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Minor Recurrent Aphthous Stomatitis (RAS) represents a disease which is very difficult to prevent. This case-control study focused on possible associations between minor Recurrent Aphthous Stomatitis in children, their oral health, and underlying behavioral indexes of children’s attitudes and habits pertaining to (home) oral hygiene, with the further goal of enabling the dentist to prevent these specific kind of lesions, both from a clinical and a broader psychosocial perspective.
Four hundred one school-children (5–10 years old) in Milan (Italy) were submitted to an intra-oral examination, and interviewed with the aid of a brief psychosocial questionnaire.
At the clinical level, statistically significant associations were observed between the presence of decayed teeth and minor Recurrent Aphthous Stomatitis (Odds Ratio: 3.15; 95% CI: lower limit 1.06; upper limit: 9.36; Z-test: 2.07, p = 0.039; Chi-square = 4.71, p = 0.030), and between the Decayed Missing or Filled Teeth (DMFT) index and minor aphthous stomatitis (Odds Ratio: 3.30; 95% CI: lower limit 1.13; upper limit: 9.67; Z-test = 2.18, p = 0.029; Chi-square = 5.27; p = 0.022), both results pointing to a significant increase—by circa 3 times—in the risk of developing minor Recurrent Aphthous Stomatitis in children exposed to the two above-identified factors (i.e., the presence of decayed teeth and a clearly compromised oral condition, as signaled by the DMFT index), if compared with the risk run by their non-exposed counterparts. At the psychosocial level of analysis, statistically significant associations were observed (1) between children’s practice of spontaneously brushing teeth when not at home and a comparatively lower (i.e. better) Decayed Missing or Filled Teeth index (Chi-square: 8.95; p = 0.011), and (2) between receiving parental aid (e.g., proper brushing instructions) while practicing home oral hygiene and a significantly reduced presence of decayed teeth (Chi-square = 5.40; p = .067; Spearman’s Rho, p = .038). Further, significant associations were also observed between children’s reported severity of dental pain and both (a) the presence of decayed teeth (Chi-square = 10.80; p = 0.011), and (b) children’s (poor) oral health condition as expressed by the Decayed Missing or Filled Teeth index (Chi-square = 6.29; p = 0.043). Interestingly, specific lifestyles and social status, showed no systematic association to other clinical or psychological/psychosocial indices.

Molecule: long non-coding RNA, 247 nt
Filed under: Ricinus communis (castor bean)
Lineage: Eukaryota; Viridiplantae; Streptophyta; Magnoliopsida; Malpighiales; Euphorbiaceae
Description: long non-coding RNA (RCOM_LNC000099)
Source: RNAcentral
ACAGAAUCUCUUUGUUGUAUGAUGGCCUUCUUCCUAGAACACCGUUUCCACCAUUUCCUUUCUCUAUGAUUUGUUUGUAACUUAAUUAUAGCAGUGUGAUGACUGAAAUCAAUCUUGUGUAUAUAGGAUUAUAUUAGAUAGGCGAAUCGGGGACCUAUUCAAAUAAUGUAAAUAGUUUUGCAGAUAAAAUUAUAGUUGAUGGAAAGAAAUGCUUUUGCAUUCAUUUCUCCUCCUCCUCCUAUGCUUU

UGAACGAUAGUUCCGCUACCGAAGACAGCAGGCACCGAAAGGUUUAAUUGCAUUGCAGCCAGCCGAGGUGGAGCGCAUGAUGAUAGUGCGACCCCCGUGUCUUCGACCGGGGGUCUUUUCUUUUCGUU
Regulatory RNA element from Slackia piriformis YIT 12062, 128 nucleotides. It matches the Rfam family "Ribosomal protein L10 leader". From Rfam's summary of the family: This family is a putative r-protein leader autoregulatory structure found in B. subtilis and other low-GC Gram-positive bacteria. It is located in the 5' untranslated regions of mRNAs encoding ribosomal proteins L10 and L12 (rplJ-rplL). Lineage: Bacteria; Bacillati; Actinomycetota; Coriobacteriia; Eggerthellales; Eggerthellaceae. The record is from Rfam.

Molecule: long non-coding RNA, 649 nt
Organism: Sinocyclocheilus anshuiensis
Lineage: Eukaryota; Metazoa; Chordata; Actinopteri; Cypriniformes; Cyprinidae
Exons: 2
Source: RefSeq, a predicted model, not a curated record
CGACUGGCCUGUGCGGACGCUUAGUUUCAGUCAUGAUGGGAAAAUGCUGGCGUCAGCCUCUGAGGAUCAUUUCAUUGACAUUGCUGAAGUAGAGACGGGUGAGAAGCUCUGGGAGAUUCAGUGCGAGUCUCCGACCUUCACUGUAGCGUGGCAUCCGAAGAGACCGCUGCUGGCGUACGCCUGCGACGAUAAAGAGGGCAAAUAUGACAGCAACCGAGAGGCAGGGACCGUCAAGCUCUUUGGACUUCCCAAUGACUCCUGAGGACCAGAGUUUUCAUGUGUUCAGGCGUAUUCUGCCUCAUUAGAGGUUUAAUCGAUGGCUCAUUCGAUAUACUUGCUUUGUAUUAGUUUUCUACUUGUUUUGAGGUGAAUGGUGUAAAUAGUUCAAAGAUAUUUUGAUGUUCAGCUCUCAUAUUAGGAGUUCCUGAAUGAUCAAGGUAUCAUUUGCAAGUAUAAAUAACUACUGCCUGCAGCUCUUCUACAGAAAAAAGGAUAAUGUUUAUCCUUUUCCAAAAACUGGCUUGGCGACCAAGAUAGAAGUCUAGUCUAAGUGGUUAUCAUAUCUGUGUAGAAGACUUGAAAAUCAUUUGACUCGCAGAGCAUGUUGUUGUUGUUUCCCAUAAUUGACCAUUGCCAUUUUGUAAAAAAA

These systematic relations suggest that, in the presence of Recurrent Aphthous Stomatitis in pediatric patients, the dentist should carefully monitor children for potential carious lesions, implement protocols of prevention to control Recurrent Aphthous Stomatitis disease in children affected by caries, and also be particularly aware of the right or wrong habits children may acquire in the course of continued social exchange with their caregivers and peers.